Review of the Sage Grouse Conservation plan is a good move

  • Conservation
  • 12/10/2017
The Department of the Interiors announcement that it intends to re-open the 2015 Sage Grouse Plan for comments and amendments may be beneficial to ranchers according to the Montana Farm Bureau Federation (MFBF). The conservation plan, a collaborative effort by stakeholders in 11 western states, was designed to prevent the bird from being listed under the Endangered Species Act.

Keep in mind the comment period doesnt necessarily mean the federal implementation plan will be changed, notes Liv Stavick who follows Sage Grouse issues for the Montana Farm Bureau. We think the Montana Sage Grouse plan has merit; however, there are different requirements for federal agencies that may not meet the needs of BLM land in Montana. Opening the comment period will give Montana federal land users the opportunity to tailor a plan that works best for the birds in Montana.

Initially in 2005, the Montana Fish, Wildlife and Parks finalized the sage grouse management plan which included mapping important sage grouse habitat, and ramping up conservation efforts. In 2013 when there was talk about the sage grouse being listed as an endangered species, Montana Governor Steve Bullock convened the Greater Sage Grouse Advisory Council made up of diverse stakeholders and experts charged with recommending conservation measures. In 2014, the agency was directed to establish regulatory mechanisms to protect sage grouse habitat, along with creating a Sage Grouse Conservation program. In 2015 the Montana Legislature passed the Greater Sage Grouse Stewardship Act which created the MSGOT, the Sage Grouse Stewardship Fund, and had a shared goal of conserving bird habitats. In late September, the U.S. Fish & Wildlife Service determined a listing of the greater sage grouse was not warranted.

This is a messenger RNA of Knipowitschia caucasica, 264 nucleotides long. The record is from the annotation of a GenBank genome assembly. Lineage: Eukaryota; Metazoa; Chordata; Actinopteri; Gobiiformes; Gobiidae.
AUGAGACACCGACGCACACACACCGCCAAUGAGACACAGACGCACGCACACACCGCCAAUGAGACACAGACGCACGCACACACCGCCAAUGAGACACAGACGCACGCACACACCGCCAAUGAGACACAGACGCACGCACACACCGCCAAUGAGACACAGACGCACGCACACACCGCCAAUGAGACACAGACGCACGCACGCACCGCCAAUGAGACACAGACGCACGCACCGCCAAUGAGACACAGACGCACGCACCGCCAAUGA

During the development of the state plan, the BLM indicated that they would amend the state plan into Montana Resource Management Plans after the U.S. Fish and Wildlife Service accepted the state plan. That did not happen, notes Stavick. This led to the BLM having across-theboard requirements, many of which dont work in Montana. One instance is stubble height of 7 inches during the nesting period. On much of Montanas public land it is doubtful that grass will ever grow to 7 inches.

Stavick believes state plans are strong, and although the comment period will be open, current sage grouse plans dont need drastic revisions. The bottom line is that the State of Montana has been very pro-active about sage grouse habitat and Montana Farm Bureau has been involved since the beginning. We are currently developing talking points and will encourage our members to comment during the 45-day comment period which ends in November, concluded Stavick.
  
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